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Moody’s Predicts Bright Days Ahead for Homebuilders

Despite some heavy risks hanging over the industry, ""Moody's"":http://www.moodys.com/ is projecting a positive future for the nation's homebuilders, the agency revealed.


Moody's has been optimistic about the homebuilding industry as of late, raising its outlook for homebuilders from ""stable"" to ""positive"" in September for the first time since 2006. In its most recent quarterly industry outlook, the agency predicted boosted home sales over the next 12 to 18 months, citing customer demand, strong affordability, and historically low mortgage rates.

As inventory continues to fall, homebuilders are expected to see significant revenue growth ├â┬ó├óÔÇÜ┬¼├óÔé¼┼ô more than 10 percent in 2012 and 2013, with industry gross margins approaching 20 percent on average in 2013.

""A number of factors within the industry have contributed to heightened demand for new homes,"" wrote Joseph Snider, lead analyst. ""For years, homebuilders have built too few homes to keep up with the pace of new household formation. As a result, today's inventory levels of completed and unsold new homes have fallen to historic lows.""


Meanwhile, slow but steady improvements in the economy have some customers concerned that waiting too much longer to buy a house may result in a missed opportunity to save money, Snider continued.

Moody's also pointed out that larger publicly rated homebuilders are already reaping the benefits of the housing upturn. Some firms have already reported gross margins in excess of 20 percent, including ""Toll Brothers"":http://www.tollbrothers.com/, ""Lennar"":http://www.lennar.com/, and ""Standard Pacific"":http://www.standardpacifichomes.com/, and their margins are only expected to improve.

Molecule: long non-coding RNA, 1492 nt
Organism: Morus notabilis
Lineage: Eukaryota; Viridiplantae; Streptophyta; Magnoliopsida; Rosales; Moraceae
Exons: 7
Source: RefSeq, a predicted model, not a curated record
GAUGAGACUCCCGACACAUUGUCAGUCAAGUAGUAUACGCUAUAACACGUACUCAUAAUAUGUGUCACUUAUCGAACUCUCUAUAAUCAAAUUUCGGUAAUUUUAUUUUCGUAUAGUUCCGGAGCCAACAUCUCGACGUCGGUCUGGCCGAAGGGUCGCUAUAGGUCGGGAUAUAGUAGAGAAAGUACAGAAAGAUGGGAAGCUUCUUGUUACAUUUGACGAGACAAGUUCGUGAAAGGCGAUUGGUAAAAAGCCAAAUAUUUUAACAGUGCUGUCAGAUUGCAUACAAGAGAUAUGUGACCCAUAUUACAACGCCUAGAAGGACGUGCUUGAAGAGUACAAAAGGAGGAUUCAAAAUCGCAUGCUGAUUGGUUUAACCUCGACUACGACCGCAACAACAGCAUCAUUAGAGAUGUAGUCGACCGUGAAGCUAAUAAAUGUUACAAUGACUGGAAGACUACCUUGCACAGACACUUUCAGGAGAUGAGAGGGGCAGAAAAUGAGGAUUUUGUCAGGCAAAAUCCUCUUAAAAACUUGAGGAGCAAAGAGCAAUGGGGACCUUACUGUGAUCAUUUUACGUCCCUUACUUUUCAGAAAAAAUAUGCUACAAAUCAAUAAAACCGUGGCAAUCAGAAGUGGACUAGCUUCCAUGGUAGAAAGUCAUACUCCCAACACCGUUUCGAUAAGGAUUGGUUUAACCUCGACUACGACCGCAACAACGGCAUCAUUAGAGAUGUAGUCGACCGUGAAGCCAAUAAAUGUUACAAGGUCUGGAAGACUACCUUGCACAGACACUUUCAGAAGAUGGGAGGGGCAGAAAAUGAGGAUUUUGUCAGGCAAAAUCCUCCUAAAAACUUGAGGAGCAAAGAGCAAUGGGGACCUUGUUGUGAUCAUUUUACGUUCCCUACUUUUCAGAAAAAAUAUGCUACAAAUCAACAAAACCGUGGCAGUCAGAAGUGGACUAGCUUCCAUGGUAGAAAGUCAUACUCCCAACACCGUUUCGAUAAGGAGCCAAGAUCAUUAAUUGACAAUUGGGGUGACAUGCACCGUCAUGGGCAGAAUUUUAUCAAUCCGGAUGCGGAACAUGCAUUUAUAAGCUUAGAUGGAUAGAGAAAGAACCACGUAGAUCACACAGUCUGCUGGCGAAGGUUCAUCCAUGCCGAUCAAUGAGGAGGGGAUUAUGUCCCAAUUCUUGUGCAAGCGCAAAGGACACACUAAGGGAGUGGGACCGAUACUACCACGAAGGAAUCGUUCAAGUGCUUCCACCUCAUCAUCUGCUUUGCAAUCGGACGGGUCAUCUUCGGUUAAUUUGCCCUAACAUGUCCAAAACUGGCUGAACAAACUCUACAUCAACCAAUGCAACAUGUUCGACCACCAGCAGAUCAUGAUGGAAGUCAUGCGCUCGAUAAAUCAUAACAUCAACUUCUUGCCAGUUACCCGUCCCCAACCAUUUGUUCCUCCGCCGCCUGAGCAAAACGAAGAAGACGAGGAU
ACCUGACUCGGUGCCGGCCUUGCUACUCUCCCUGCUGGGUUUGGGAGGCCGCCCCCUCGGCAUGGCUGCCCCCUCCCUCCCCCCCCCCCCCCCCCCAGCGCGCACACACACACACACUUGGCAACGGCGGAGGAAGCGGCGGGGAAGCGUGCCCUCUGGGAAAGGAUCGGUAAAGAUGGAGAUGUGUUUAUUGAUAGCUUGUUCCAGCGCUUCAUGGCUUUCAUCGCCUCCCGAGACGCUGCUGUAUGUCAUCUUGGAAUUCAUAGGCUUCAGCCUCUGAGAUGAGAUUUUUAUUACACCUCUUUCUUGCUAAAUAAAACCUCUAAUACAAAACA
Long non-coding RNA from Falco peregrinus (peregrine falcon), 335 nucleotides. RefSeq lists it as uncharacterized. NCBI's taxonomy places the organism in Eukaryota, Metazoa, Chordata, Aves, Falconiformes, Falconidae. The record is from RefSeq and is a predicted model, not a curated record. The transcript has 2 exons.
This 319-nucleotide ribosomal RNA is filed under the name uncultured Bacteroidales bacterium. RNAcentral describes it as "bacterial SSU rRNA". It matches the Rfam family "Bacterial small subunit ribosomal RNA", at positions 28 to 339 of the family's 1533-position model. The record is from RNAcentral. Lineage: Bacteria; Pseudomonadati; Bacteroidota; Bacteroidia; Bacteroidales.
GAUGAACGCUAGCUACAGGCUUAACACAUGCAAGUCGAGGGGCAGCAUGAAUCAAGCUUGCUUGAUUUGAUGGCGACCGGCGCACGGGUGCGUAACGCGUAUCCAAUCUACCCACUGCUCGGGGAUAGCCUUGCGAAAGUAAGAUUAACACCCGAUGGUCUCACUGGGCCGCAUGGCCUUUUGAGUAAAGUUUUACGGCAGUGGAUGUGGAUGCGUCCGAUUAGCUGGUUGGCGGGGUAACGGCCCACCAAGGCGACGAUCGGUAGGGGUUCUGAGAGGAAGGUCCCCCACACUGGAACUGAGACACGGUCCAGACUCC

While current trends are strong, the homebuilding industry is still tied to risks outside its influence. Macroeconomic indicators are still mixed, and weak consumer confidence coupled with weak ""non-existent"" income growth may spell trouble.

On a larger scale, Europe's potential slide in recession, as well as the United States' approaching fiscal cliff, could cause major setbacks in the market. Moody's also pointed to the possibility of escalating conflicts in the Middle East or the Korean Peninsula that could have a ""far-reaching economic impact.""

For now, though, Snider has reasons to be optimistic.

""For all of these risks, 2012 will mark the first year since the downturn began that the homebuilding industry makes a net positive contribution to the still-struggling US economy,"" he said.

""Amid weak employment, stagnant incomes and fragile consumer confidence, the economy continues awaiting better macroeconomic drivers for a more robust recovery. The real vitality in the homebuilding sector through 2013 might come from potential homebuyers' sentiment that new home prices, home affordability, and mortgage rates cannot improve much from here.""


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